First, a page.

Let \(A\) be any set:

An operation \(*\) on \(A\) is a rule which assigns to each ordered pair \((a,b)\) of elements of \(A\) exactly one element \(a*b\) in \(A.\)

If, for example, \(A\) is a set consisting of just two distinct elements, say \(a\) and \(b\), each operation on \(A\) may be described by a table such as the one below:

\((x,y)\) | \(x*y\) | ||||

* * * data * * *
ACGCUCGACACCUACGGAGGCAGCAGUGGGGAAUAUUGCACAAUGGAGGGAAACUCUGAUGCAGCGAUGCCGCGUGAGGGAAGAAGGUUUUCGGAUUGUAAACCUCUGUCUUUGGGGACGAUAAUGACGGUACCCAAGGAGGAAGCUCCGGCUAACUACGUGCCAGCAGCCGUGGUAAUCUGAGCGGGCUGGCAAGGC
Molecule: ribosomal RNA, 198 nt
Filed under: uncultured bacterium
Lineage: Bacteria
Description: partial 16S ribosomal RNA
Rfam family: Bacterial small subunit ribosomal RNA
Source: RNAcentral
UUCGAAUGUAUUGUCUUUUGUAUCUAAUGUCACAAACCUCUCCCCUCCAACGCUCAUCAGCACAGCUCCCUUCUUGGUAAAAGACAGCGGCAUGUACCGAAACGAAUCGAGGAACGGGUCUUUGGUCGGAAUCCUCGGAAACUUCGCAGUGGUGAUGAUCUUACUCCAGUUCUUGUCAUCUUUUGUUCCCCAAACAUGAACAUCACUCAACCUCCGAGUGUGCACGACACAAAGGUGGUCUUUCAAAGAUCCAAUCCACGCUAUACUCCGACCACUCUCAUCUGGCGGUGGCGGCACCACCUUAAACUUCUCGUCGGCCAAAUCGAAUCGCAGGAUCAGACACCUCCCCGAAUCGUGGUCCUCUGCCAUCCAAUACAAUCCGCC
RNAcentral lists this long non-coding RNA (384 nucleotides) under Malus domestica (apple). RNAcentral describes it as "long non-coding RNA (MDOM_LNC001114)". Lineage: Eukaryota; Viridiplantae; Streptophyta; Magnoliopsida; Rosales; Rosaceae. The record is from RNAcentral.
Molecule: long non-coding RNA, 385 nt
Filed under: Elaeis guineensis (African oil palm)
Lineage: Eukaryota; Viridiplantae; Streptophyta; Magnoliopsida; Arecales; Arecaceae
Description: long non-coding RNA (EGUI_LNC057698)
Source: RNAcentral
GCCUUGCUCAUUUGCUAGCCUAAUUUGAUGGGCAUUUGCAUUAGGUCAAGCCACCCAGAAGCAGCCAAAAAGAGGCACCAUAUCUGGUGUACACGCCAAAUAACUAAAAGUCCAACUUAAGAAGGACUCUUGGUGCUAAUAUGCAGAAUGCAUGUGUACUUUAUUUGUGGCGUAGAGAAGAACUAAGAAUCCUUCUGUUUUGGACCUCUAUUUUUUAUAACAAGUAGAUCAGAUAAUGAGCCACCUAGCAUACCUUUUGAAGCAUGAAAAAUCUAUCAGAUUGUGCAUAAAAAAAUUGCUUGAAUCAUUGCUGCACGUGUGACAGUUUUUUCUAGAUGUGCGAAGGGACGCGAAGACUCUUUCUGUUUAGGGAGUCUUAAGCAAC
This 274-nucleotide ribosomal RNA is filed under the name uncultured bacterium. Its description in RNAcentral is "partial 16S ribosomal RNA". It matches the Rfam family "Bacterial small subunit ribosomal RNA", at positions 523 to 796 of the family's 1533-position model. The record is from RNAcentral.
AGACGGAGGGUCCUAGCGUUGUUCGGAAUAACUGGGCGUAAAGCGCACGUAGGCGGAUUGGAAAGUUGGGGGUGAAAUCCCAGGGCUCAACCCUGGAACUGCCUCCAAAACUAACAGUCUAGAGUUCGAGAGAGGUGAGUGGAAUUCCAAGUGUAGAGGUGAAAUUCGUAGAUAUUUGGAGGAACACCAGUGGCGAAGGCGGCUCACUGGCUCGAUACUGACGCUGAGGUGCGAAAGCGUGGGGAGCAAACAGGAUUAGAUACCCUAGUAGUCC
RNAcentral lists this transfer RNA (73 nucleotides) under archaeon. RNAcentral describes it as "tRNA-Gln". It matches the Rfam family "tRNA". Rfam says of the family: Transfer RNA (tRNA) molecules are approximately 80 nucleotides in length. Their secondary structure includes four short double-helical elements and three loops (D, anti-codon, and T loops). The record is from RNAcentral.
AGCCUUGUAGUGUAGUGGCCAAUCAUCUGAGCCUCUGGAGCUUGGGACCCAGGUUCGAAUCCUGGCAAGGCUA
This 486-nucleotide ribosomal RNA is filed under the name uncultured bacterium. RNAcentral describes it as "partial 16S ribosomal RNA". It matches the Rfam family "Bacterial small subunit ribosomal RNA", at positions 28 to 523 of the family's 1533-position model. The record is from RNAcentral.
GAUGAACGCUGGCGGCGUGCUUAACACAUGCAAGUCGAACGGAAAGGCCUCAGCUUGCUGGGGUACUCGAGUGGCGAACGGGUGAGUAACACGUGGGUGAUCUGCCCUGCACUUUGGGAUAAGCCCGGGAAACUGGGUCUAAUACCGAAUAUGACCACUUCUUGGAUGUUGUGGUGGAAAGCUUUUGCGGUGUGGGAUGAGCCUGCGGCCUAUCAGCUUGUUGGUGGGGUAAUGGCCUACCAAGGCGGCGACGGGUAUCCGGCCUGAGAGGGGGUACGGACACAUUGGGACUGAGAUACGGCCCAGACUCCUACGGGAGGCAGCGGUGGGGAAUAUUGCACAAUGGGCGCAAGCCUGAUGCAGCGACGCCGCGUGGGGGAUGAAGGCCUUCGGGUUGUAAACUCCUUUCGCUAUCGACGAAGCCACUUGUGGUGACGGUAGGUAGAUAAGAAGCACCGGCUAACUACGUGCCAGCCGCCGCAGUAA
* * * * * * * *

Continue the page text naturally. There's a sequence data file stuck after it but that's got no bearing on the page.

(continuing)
\((a,a)\) | |||||

\((a,b)\) | |||||

\((b,a)\) | |||||

\((b,b)\) |

Where \(x*y\) could be either of the elements of \(A\) (\(a\) or \(b\)) for any \((x,y)\) in \(A\). In general, there are many possible operations on a given set. A set containing just two elements for example, has \(16\) possible operations.

How many possible operations are there on a set containing \(n\) elements?

×

Problem Loading...

Note Loading...

Set Loading...